Michael Lackey receives Summer Stipend from NEH
Posted by Beth Zaske on Friday, Apr. 27, 2012
Michael Lackey, associate professor of English, is one of two Minnesotans to receive a Summer Stipend from the National Endowment for the Humanities (NEH). NEH is an independent federal agency created in 1965 and is one of the largest funders of humanities programs in the United States. NEH Summer Stipends support individuals pursuing advanced research that is of value to humanities scholars, general audiences, or both.
Lackey’s project is “A History of the Haverford Group and the Battle for Racial Justice.” Since submitting the NEH application, the project was accepted for publication by the University of Virginia press, and is now titled, Black Separatists, Black Integrationists, and the Battle for Racial Justice. The book traces the history of the Haverford Group, an assembly of prominent African American intellectuals who came together in May 1969 in response to the black separatist movements sweeping through the United States in the late 1960s in order to identify flaws in the black separatist philosophy, to define an American integrationist position, and to formulate a multi-racial program of action.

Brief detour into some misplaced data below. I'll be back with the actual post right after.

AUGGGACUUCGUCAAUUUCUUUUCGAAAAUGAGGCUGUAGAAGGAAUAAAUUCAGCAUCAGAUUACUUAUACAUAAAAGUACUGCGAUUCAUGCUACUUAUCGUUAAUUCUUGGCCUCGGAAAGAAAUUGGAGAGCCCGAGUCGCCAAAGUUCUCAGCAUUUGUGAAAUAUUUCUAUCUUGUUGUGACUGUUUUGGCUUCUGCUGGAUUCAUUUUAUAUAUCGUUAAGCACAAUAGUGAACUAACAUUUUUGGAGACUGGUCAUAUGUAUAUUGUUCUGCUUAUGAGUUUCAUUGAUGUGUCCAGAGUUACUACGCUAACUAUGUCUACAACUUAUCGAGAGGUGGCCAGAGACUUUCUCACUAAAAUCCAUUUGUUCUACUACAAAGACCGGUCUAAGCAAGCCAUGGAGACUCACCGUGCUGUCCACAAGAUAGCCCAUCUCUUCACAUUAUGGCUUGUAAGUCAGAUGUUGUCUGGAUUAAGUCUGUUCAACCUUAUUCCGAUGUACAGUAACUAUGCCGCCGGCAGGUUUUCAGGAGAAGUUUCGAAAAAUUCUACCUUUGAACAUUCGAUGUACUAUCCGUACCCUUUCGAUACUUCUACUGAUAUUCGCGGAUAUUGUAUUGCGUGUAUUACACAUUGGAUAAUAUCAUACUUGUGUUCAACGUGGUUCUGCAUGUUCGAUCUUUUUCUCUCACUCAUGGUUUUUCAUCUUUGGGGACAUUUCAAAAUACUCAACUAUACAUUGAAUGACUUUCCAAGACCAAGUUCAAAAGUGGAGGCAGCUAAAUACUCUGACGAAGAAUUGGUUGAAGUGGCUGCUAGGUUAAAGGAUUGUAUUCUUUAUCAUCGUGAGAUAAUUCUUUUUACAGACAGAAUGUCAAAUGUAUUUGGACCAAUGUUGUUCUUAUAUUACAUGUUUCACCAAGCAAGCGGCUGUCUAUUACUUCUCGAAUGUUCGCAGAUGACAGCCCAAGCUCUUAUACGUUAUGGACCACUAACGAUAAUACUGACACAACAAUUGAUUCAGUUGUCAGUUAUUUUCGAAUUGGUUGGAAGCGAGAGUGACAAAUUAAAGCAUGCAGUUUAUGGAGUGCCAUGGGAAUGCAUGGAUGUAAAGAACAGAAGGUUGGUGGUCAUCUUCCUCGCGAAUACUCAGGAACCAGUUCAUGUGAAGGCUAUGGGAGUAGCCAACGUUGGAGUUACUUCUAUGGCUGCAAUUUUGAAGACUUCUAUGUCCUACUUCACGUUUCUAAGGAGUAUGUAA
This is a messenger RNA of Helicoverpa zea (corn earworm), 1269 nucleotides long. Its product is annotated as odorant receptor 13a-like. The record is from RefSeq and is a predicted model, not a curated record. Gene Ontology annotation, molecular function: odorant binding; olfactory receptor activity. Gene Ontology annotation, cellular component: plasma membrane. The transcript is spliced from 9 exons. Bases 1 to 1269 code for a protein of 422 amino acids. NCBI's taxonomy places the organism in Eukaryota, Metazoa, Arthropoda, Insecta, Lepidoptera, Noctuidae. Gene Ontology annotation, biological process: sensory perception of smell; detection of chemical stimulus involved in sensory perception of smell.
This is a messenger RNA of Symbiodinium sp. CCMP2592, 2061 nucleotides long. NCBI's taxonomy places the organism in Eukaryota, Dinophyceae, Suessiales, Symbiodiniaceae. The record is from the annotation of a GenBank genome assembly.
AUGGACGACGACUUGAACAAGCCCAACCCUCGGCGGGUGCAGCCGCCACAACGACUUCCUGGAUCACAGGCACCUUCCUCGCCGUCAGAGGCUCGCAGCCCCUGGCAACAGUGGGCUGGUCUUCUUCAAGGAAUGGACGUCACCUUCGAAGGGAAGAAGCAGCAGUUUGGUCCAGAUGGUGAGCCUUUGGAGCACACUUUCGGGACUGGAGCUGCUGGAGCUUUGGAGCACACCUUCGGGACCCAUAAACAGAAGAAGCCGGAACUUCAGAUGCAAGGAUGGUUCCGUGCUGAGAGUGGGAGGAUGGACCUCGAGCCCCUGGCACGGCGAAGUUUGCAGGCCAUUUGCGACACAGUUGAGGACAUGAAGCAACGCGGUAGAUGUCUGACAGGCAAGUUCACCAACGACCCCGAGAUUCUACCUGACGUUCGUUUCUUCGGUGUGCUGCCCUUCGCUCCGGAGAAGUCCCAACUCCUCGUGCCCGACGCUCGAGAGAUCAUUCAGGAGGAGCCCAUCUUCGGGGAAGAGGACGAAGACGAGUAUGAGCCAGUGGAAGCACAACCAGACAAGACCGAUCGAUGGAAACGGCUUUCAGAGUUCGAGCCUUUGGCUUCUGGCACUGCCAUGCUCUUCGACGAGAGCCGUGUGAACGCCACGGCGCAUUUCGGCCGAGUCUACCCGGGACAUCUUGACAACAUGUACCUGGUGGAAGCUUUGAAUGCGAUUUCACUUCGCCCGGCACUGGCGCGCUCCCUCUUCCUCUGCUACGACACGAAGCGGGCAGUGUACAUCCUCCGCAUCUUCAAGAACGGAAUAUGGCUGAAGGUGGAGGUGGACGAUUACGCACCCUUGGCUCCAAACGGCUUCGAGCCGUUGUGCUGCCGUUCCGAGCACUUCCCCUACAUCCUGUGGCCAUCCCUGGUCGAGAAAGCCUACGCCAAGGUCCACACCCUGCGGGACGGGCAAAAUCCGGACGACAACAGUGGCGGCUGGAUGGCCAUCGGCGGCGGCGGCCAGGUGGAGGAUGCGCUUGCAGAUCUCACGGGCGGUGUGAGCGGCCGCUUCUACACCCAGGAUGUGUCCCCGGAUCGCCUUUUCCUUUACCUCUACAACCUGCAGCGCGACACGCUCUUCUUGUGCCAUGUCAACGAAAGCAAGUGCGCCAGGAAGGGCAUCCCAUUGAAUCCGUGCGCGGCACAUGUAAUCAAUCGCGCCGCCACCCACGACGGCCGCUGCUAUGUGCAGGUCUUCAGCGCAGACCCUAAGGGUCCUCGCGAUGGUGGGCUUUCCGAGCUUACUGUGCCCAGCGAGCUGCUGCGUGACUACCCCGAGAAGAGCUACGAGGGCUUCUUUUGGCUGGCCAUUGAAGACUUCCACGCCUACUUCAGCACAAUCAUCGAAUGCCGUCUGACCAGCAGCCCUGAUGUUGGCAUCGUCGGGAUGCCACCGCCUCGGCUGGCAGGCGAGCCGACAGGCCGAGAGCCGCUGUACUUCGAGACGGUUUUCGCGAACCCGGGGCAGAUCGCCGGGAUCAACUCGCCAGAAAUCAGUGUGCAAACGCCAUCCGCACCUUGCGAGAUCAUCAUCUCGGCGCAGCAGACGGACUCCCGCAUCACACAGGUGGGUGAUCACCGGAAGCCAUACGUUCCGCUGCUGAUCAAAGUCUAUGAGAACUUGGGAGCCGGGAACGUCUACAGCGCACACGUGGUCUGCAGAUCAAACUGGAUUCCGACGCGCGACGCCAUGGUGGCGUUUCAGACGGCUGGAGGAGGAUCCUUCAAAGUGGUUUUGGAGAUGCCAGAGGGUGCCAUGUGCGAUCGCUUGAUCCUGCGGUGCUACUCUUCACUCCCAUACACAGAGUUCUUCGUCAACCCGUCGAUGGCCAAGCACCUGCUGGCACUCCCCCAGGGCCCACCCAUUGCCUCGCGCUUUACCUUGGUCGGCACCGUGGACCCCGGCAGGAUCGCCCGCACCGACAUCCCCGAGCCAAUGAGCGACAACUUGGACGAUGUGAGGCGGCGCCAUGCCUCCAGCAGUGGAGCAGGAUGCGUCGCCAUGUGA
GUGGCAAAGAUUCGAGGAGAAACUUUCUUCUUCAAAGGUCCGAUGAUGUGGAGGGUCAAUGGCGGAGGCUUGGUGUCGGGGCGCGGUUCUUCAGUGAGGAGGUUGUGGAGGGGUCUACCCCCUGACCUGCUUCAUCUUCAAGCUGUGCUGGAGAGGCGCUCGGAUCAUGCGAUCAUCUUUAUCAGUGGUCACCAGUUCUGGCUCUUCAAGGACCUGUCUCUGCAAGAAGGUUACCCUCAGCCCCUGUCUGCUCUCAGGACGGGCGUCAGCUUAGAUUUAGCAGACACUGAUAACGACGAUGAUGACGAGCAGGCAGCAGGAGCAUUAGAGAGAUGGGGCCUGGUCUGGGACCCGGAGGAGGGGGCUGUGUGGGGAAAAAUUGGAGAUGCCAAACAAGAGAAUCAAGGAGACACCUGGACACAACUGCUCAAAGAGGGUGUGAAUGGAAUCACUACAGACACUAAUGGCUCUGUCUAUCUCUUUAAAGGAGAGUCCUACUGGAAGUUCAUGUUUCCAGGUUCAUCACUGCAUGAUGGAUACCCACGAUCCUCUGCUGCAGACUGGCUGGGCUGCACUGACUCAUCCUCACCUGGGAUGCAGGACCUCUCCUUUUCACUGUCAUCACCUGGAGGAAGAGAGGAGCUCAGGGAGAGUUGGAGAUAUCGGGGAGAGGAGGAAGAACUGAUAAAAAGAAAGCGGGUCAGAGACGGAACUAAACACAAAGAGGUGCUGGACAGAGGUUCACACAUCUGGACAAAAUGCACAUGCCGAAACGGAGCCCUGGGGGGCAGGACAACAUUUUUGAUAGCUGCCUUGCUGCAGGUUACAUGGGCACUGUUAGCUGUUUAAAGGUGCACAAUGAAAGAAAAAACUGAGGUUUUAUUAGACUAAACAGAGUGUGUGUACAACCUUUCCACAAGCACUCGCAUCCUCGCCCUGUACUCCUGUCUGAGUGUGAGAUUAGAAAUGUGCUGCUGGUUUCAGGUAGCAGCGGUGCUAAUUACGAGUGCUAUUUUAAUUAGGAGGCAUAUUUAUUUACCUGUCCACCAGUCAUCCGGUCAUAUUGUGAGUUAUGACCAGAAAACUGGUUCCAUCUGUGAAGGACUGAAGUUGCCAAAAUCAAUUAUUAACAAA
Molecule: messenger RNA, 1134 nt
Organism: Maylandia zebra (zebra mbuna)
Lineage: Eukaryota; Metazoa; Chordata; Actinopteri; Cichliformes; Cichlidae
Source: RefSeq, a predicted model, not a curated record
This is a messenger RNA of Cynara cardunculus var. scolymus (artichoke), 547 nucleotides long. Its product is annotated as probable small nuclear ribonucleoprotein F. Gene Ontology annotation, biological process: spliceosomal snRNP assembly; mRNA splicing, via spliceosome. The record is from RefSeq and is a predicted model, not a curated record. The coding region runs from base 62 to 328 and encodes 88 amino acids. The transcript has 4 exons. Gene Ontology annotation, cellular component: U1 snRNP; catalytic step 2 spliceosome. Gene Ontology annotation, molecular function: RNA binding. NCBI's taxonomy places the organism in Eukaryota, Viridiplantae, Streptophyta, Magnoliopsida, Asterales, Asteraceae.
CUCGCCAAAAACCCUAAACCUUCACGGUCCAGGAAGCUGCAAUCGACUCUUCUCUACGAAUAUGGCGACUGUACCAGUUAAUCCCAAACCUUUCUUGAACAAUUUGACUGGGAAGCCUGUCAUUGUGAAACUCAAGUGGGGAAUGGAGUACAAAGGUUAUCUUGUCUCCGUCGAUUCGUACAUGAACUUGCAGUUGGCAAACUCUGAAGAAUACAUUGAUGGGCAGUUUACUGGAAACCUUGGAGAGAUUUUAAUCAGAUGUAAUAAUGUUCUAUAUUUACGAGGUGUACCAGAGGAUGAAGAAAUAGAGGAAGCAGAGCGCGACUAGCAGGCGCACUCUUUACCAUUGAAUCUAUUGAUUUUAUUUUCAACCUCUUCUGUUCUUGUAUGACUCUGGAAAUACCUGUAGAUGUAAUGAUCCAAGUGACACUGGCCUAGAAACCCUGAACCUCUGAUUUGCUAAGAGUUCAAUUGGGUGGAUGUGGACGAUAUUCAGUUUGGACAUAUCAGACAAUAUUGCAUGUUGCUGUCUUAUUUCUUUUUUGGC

Lackey is no stranger to the publishing process. He recently published a new book, The Modernist God State: A Literary Study of the Nazis’ Christian Reich. The book uses 20th century fiction to demonstrate that the modern state was founded primarily on a Christian supersessionist theology rather than a secular ideology. To clarify his position on Nazi Christianity, Lackey states, “As I demonstrate throughout my book, there are many versions of Christianity, some respectful, tolerant, and humane, some not. As a scholar, I refuse to use one version of Christianity to debunk another. Rather, I try to define various versions of Christianity. Consequently, I take Hitler and many of the Nazis at their word when they call themselves Christian. The scholarly task, therefore, is to define Christianity as they understood it.”
There will be a reception and book signing in honor of the book release on Wednesday, May 2, 2012, from 6-7:30 p.m. at the LaFave House. Lackey will give a brief talk about the book at 6:30 p.m. and will have the book signing afterwards. The Division of the Humanities and Briggs Library sponsor this event.